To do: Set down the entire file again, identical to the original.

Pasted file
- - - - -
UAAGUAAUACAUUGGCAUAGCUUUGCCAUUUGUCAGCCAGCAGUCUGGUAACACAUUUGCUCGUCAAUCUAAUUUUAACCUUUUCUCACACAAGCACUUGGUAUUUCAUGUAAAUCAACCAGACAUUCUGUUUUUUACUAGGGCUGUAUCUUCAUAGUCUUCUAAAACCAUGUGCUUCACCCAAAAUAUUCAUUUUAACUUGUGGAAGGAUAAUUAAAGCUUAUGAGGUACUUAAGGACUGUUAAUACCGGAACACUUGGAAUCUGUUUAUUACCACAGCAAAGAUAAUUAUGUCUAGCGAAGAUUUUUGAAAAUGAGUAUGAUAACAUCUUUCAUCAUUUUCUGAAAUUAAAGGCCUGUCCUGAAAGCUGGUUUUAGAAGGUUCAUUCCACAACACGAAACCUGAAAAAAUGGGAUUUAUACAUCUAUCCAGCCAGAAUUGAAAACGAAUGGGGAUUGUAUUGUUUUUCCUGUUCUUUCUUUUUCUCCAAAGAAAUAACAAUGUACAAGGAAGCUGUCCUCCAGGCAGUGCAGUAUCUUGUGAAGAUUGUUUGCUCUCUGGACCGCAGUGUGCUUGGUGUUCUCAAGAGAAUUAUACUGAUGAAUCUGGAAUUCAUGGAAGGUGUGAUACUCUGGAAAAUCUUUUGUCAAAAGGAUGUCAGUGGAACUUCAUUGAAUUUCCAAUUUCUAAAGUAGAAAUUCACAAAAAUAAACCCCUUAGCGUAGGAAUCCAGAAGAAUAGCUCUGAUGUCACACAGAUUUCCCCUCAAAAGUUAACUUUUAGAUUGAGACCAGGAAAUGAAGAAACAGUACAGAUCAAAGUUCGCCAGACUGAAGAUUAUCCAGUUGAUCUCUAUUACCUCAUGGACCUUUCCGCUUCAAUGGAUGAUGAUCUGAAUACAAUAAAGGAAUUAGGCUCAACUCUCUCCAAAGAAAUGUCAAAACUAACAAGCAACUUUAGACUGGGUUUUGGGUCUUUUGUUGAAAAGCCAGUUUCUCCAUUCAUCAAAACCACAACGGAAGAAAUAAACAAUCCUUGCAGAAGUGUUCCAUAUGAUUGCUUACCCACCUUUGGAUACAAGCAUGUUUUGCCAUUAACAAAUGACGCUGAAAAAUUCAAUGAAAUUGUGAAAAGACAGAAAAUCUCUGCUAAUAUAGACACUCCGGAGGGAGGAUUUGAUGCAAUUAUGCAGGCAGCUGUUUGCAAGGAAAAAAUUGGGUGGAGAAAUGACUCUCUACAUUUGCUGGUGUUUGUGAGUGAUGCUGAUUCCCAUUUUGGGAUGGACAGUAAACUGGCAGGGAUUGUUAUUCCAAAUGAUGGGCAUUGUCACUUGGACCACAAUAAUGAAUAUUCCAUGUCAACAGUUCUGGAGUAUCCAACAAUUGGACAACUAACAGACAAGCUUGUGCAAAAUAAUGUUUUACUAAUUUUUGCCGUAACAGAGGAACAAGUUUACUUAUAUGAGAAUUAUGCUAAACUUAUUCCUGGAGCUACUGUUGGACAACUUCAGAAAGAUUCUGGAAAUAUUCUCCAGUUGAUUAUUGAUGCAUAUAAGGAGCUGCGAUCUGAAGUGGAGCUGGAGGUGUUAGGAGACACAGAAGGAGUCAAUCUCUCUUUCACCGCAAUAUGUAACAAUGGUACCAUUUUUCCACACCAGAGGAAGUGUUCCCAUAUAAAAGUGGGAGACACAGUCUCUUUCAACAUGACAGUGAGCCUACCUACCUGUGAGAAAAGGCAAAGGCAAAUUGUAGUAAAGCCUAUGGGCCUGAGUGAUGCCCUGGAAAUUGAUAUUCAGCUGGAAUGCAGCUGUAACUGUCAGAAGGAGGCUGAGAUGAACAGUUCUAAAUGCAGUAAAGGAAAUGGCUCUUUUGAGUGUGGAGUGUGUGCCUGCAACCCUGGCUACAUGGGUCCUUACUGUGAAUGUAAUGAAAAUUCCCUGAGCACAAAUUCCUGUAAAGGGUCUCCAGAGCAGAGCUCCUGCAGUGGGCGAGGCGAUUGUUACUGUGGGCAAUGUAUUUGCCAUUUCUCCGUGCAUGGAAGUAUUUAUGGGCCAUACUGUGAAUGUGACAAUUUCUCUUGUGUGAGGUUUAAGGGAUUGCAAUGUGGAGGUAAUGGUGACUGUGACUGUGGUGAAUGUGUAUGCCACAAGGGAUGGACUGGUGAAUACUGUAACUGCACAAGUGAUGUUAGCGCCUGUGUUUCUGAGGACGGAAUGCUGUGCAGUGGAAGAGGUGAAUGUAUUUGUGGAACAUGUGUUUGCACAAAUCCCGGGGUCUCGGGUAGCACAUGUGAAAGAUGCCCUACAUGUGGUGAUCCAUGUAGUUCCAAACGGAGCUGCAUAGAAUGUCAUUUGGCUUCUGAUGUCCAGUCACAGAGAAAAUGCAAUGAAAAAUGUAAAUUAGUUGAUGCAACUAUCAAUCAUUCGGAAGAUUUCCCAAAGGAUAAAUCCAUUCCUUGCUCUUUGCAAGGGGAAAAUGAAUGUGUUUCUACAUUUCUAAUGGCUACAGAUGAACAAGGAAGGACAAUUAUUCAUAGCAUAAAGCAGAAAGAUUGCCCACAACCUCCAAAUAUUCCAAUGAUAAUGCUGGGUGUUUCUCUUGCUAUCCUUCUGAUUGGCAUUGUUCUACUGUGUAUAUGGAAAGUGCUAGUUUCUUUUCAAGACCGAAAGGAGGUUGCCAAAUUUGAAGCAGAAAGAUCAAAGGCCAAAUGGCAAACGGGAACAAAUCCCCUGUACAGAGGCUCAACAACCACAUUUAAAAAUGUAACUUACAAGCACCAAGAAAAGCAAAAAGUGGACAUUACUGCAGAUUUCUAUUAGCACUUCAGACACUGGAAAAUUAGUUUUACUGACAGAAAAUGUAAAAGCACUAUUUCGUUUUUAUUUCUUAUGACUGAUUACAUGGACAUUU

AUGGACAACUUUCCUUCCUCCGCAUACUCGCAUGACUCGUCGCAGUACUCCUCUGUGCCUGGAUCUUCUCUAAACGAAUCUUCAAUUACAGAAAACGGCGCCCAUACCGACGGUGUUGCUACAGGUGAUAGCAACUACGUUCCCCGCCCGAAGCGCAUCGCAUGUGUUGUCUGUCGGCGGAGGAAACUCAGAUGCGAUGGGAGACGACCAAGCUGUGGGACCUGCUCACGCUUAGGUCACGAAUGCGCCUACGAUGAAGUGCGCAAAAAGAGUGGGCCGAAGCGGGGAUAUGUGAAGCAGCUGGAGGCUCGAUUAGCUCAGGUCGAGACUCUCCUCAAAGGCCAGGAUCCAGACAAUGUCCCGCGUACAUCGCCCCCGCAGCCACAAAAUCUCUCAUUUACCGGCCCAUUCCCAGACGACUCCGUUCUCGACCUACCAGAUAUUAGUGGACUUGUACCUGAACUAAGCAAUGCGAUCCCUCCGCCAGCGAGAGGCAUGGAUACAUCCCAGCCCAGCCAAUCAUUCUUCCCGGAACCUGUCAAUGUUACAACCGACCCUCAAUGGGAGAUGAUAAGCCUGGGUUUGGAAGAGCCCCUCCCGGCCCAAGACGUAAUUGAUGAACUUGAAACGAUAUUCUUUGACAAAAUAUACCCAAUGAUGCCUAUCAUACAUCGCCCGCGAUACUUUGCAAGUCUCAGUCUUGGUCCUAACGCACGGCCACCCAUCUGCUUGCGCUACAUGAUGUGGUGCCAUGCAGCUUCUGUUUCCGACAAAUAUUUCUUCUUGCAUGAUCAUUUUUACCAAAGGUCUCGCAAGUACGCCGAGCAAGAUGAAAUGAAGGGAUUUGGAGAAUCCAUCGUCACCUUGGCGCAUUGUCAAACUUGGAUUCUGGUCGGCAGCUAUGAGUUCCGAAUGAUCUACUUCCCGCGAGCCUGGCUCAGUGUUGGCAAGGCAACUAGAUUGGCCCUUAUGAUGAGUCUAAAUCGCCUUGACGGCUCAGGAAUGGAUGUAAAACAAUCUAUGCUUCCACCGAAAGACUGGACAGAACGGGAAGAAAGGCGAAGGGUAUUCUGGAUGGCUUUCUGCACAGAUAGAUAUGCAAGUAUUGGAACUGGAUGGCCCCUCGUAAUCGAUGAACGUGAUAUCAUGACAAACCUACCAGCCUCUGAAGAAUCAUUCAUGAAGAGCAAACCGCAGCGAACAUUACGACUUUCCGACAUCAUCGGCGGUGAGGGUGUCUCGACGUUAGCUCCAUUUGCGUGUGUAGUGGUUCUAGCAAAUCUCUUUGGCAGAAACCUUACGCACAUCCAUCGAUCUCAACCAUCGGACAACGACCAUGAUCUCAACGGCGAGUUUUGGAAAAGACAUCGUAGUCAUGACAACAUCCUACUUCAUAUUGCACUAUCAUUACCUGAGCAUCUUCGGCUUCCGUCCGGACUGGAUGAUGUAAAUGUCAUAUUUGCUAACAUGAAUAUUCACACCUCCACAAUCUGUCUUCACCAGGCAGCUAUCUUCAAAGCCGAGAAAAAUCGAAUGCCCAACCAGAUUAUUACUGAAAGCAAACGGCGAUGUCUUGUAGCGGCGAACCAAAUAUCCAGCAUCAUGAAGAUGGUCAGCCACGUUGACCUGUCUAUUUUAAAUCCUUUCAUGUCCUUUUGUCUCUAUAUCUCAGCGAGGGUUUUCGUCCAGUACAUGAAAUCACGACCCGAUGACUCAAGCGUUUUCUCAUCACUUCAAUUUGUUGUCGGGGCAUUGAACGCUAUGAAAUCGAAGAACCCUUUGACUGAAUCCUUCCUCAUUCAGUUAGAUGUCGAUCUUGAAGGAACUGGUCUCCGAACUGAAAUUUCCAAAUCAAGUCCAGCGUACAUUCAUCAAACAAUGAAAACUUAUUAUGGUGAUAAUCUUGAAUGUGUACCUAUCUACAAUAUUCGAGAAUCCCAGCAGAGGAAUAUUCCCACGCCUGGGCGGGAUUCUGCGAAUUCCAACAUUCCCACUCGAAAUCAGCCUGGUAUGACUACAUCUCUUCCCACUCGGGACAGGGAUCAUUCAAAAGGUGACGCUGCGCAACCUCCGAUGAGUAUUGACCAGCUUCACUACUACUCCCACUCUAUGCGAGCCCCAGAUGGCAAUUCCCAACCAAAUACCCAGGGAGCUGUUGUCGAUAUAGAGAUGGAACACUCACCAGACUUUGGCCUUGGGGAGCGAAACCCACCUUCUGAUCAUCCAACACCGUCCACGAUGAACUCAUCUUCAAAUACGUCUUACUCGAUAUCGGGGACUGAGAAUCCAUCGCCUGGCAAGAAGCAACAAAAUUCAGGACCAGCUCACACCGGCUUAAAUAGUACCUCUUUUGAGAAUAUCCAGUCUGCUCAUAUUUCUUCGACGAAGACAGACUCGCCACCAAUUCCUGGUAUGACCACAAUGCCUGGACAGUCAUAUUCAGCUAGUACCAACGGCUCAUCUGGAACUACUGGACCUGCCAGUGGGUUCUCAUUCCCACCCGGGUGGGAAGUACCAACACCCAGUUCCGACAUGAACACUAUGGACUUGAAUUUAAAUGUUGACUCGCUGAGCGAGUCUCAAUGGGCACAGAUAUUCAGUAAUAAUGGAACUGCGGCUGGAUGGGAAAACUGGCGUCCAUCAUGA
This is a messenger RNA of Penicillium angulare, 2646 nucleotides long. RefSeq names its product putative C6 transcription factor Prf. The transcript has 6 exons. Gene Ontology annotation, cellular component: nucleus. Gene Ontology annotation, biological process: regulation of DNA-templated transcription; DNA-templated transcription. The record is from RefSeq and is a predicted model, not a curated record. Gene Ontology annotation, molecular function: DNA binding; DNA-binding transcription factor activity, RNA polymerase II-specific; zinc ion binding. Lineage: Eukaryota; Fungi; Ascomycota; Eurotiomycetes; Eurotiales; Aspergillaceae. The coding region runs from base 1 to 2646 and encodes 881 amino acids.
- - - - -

UAAGUAAUACAUUGGCAUAGCUUUGCCAUUUGUCAGCCAGCAGUCUGGUAACACAUUUGCUCGUCAAUCUAAUUUUAACCUUUUCUCACACAAGCACUUGGUAUUUCAUGUAAAUCAACCAGACAUUCUGUUUUUUACUAGGGCUGUAUCUUCAUAGUCUUCUAAAACCAUGUGCUUCACCCAAAAUAUUCAUUUUAACUUGUGGAAGGAUAAUUAAAGCUUAUGAGGUACUUAAGGACUGUUAAUACCGGAACACUUGGAAUCUGUUUAUUACCACAGCAAAGAUAAUUAUGUCUAGCGAAGAUUUUUGAAAAUGAGUAUGAUAACAUCUUUCAUCAUUUUCUGAAAUUAAAGGCCUGUCCUGAAAGCUGGUUUUAGAAGGUUCAUUCCACAACACGAAACCUGAAAAAAUGGGAUUUAUACAUCUAUCCAGCCAGAAUUGAAAACGAAUGGGGAUUGUAUUGUUUUUCCUGUUCUUUCUUUUUCUCCAAAGAAAUAACAAUGUACAAGGAAGCUGUCCUCCAGGCAGUGCAGUAUCUUGUGAAGAUUGUUUGCUCUCUGGACCGCAGUGUGCUUGGUGUUCUCAAGAGAAUUAUACUGAUGAAUCUGGAAUUCAUGGAAGGUGUGAUACUCUGGAAAAUCUUUUGUCAAAAGGAUGUCAGUGGAACUUCAUUGAAUUUCCAAUUUCUAAAGUAGAAAUUCACAAAAAUAAACCCCUUAGCGUAGGAAUCCAGAAGAAUAGCUCUGAUGUCACACAGAUUUCCCCUCAAAAGUUAACUUUUAGAUUGAGACCAGGAAAUGAAGAAACAGUACAGAUCAAAGUUCGCCAGACUGAAGAUUAUCCAGUUGAUCUCUAUUACCUCAUGGACCUUUCCGCUUCAAUGGAUGAUGAUCUGAAUACAAUAAAGGAAUUAGGCUCAACUCUCUCCAAAGAAAUGUCAAAACUAACAAGCAACUUUAGACUGGGUUUUGGGUCUUUUGUUGAAAAGCCAGUUUCUCCAUUCAUCAAAACCACAACGGAAGAAAUAAACAAUCCUUGCAGAAGUGUUCCAUAUGAUUGCUUACCCACCUUUGGAUACAAGCAUGUUUUGCCAUUAACAAAUGACGCUGAAAAAUUCAAUGAAAUUGUGAAAAGACAGAAAAUCUCUGCUAAUAUAGACACUCCGGAGGGAGGAUUUGAUGCAAUUAUGCAGGCAGCUGUUUGCAAGGAAAAAAUUGGGUGGAGAAAUGACUCUCUACAUUUGCUGGUGUUUGUGAGUGAUGCUGAUUCCCAUUUUGGGAUGGACAGUAAACUGGCAGGGAUUGUUAUUCCAAAUGAUGGGCAUUGUCACUUGGACCACAAUAAUGAAUAUUCCAUGUCAACAGUUCUGGAGUAUCCAACAAUUGGACAACUAACAGACAAGCUUGUGCAAAAUAAUGUUUUACUAAUUUUUGCCGUAACAGAGGAACAAGUUUACUUAUAUGAGAAUUAUGCUAAACUUAUUCCUGGAGCUACUGUUGGACAACUUCAGAAAGAUUCUGGAAAUAUUCUCCAGUUGAUUAUUGAUGCAUAUAAGGAGCUGCGAUCUGAAGUGGAGCUGGAGGUGUUAGGAGACACAGAAGGAGUCAAUCUCUCUUUCACCGCAAUAUGUAACAAUGGUACCAUUUUUCCACACCAGAGGAAGUGUUCCCAUAUAAAAGUGGGAGACACAGUCUCUUUCAACAUGACAGUGAGCCUACCUACCUGUGAGAAAAGGCAAAGGCAAAUUGUAGUAAAGCCUAUGGGCCUGAGUGAUGCCCUGGAAAUUGAUAUUCAGCUGGAAUGCAGCUGUAACUGUCAGAAGGAGGCUGAGAUGAACAGUUCUAAAUGCAGUAAAGGAAAUGGCUCUUUUGAGUGUGGAGUGUGUGCCUGCAACCCUGGCUACAUGGGUCCUUACUGUGAAUGUAAUGAAAAUUCCCUGAGCACAAAUUCCUGUAAAGGGUCUCCAGAGCAGAGCUCCUGCAGUGGGCGAGGCGAUUGUUACUGUGGGCAAUGUAUUUGCCAUUUCUCCGUGCAUGGAAGUAUUUAUGGGCCAUACUGUGAAUGUGACAAUUUCUCUUGUGUGAGGUUUAAGGGAUUGCAAUGUGGAGGUAAUGGUGACUGUGACUGUGGUGAAUGUGUAUGCCACAAGGGAUGGACUGGUGAAUACUGUAACUGCACAAGUGAUGUUAGCGCCUGUGUUUCUGAGGACGGAAUGCUGUGCAGUGGAAGAGGUGAAUGUAUUUGUGGAACAUGUGUUUGCACAAAUCCCGGGGUCUCGGGUAGCACAUGUGAAAGAUGCCCUACAUGUGGUGAUCCAUGUAGUUCCAAACGGAGCUGCAUAGAAUGUCAUUUGGCUUCUGAUGUCCAGUCACAGAGAAAAUGCAAUGAAAAAUGUAAAUUAGUUGAUGCAACUAUCAAUCAUUCGGAAGAUUUCCCAAAGGAUAAAUCCAUUCCUUGCUCUUUGCAAGGGGAAAAUGAAUGUGUUUCUACAUUUCUAAUGGCUACAGAUGAACAAGGAAGGACAAUUAUUCAUAGCAUAAAGCAGAAAGAUUGCCCACAACCUCCAAAUAUUCCAAUGAUAAUGCUGGGUGUUUCUCUUGCUAUCCUUCUGAUUGGCAUUGUUCUACUGUGUAUAUGGAAAGUGCUAGUUUCUUUUCAAGACCGAAAGGAGGUUGCCAAAUUUGAAGCAGAAAGAUCAAAGGCCAAAUGGCAAACGGGAACAAAUCCCCUGUACAGAGGCUCAACAACCACAUUUAAAAAUGUAACUUACAAGCACCAAGAAAAGCAAAAAGUGGACAUUACUGCAGAUUUCUAUUAGCACUUCAGACACUGGAAAAUUAGUUUUACUGACAGAAAAUGUAAAAGCACUAUUUCGUUUUUAUUUCUUAUGACUGAUUACAUGGACAUUU

AUGGACAACUUUCCUUCCUCCGCAUACUCGCAUGACUCGUCGCAGUACUCCUCUGUGCCUGGAUCUUCUCUAAACGAAUCUUCAAUUACAGAAAACGGCGCCCAUACCGACGGUGUUGCUACAGGUGAUAGCAACUACGUUCCCCGCCCGAAGCGCAUCGCAUGUGUUGUCUGUCGGCGGAGGAAACUCAGAUGCGAUGGGAGACGACCAAGCUGUGGGACCUGCUCACGCUUAGGUCACGAAUGCGCCUACGAUGAAGUGCGCAAAAAGAGUGGGCCGAAGCGGGGAUAUGUGAAGCAGCUGGAGGCUCGAUUAGCUCAGGUCGAGACUCUCCUCAAAGGCCAGGAUCCAGACAAUGUCCCGCGUACAUCGCCCCCGCAGCCACAAAAUCUCUCAUUUACCGGCCCAUUCCCAGACGACUCCGUUCUCGACCUACCAGAUAUUAGUGGACUUGUACCUGAACUAAGCAAUGCGAUCCCUCCGCCAGCGAGAGGCAUGGAUACAUCCCAGCCCAGCCAAUCAUUCUUCCCGGAACCUGUCAAUGUUACAACCGACCCUCAAUGGGAGAUGAUAAGCCUGGGUUUGGAAGAGCCCCUCCCGGCCCAAGACGUAAUUGAUGAACUUGAAACGAUAUUCUUUGACAAAAUAUACCCAAUGAUGCCUAUCAUACAUCGCCCGCGAUACUUUGCAAGUCUCAGUCUUGGUCCUAACGCACGGCCACCCAUCUGCUUGCGCUACAUGAUGUGGUGCCAUGCAGCUUCUGUUUCCGACAAAUAUUUCUUCUUGCAUGAUCAUUUUUACCAAAGGUCUCGCAAGUACGCCGAGCAAGAUGAAAUGAAGGGAUUUGGAGAAUCCAUCGUCACCUUGGCGCAUUGUCAAACUUGGAUUCUGGUCGGCAGCUAUGAGUUCCGAAUGAUCUACUUCCCGCGAGCCUGGCUCAGUGUUGGCAAGGCAACUAGAUUGGCCCUUAUGAUGAGUCUAAAUCGCCUUGACGGCUCAGGAAUGGAUGUAAAACAAUCUAUGCUUCCACCGAAAGACUGGACAGAACGGGAAGAAAGGCGAAGGGUAUUCUGGAUGGCUUUCUGCACAGAUAGAUAUGCAAGUAUUGGAACUGGAUGGCCCCUCGUAAUCGAUGAACGUGAUAUCAUGACAAACCUACCAGCCUCUGAAGAAUCAUUCAUGAAGAGCAAACCGCAGCGAACAUUACGACUUUCCGACAUCAUCGGCGGUGAGGGUGUCUCGACGUUAGCUCCAUUUGCGUGUGUAGUGGUUCUAGCAAAUCUCUUUGGCAGAAACCUUACGCACAUCCAUCGAUCUCAACCAUCGGACAACGACCAUGAUCUCAACGGCGAGUUUUGGAAAAGACAUCGUAGUCAUGACAACAUCCUACUUCAUAUUGCACUAUCAUUACCUGAGCAUCUUCGGCUUCCGUCCGGACUGGAUGAUGUAAAUGUCAUAUUUGCUAACAUGAAUAUUCACACCUCCACAAUCUGUCUUCACCAGGCAGCUAUCUUCAAAGCCGAGAAAAAUCGAAUGCCCAACCAGAUUAUUACUGAAAGCAAACGGCGAUGUCUUGUAGCGGCGAACCAAAUAUCCAGCAUCAUGAAGAUGGUCAGCCACGUUGACCUGUCUAUUUUAAAUCCUUUCAUGUCCUUUUGUCUCUAUAUCUCAGCGAGGGUUUUCGUCCAGUACAUGAAAUCACGACCCGAUGACUCAAGCGUUUUCUCAUCACUUCAAUUUGUUGUCGGGGCAUUGAACGCUAUGAAAUCGAAGAACCCUUUGACUGAAUCCUUCCUCAUUCAGUUAGAUGUCGAUCUUGAAGGAACUGGUCUCCGAACUGAAAUUUCCAAAUCAAGUCCAGCGUACAUUCAUCAAACAAUGAAAACUUAUUAUGGUGAUAAUCUUGAAUGUGUACCUAUCUACAAUAUUCGAGAAUCCCAGCAGAGGAAUAUUCCCACGCCUGGGCGGGAUUCUGCGAAUUCCAACAUUCCCACUCGAAAUCAGCCUGGUAUGACUACAUCUCUUCCCACUCGGGACAGGGAUCAUUCAAAAGGUGACGCUGCGCAACCUCCGAUGAGUAUUGACCAGCUUCACUACUACUCCCACUCUAUGCGAGCCCCAGAUGGCAAUUCCCAACCAAAUACCCAGGGAGCUGUUGUCGAUAUAGAGAUGGAACACUCACCAGACUUUGGCCUUGGGGAGCGAAACCCACCUUCUGAUCAUCCAACACCGUCCACGAUGAACUCAUCUUCAAAUACGUCUUACUCGAUAUCGGGGACUGAGAAUCCAUCGCCUGGCAAGAAGCAACAAAAUUCAGGACCAGCUCACACCGGCUUAAAUAGUACCUCUUUUGAGAAUAUCCAGUCUGCUCAUAUUUCUUCGACGAAGACAGACUCGCCACCAAUUCCUGGUAUGACCACAAUGCCUGGACAGUCAUAUUCAGCUAGUACCAACGGCUCAUCUGGAACUACUGGACCUGCCAGUGGGUUCUCAUUCCCACCCGGGUGGGAAGUACCAACACCCAGUUCCGACAUGAACACUAUGGACUUGAAUUUAAAUGUUGACUCGCUGAGCGAGUCUCAAUGGGCACAGAUAUUCAGUAAUAAUGGAACUGCGGCUGGAUGGGAAAACUGGCGUCCAUCAUGA
This is a messenger RNA of Penicillium angulare, 2646 nucleotides long. RefSeq names its product putative C6 transcription factor Prf. The transcript has 6 exons. Gene Ontology annotation, cellular component: nucleus. Gene Ontology annotation, biological process: regulation of DNA-templated transcription; DNA-templated transcription. The record is from RefSeq and is a predicted model, not a curated record. Gene Ontology annotation, molecular function: DNA binding; DNA-binding transcription factor activity, RNA polymerase II-specific; zinc ion binding. Lineage: Eukaryota; Fungi; Ascomycota; Eurotiomycetes; Eurotiales; Aspergillaceae. The coding region runs from base 1 to 2646 and encodes 881 amino acids.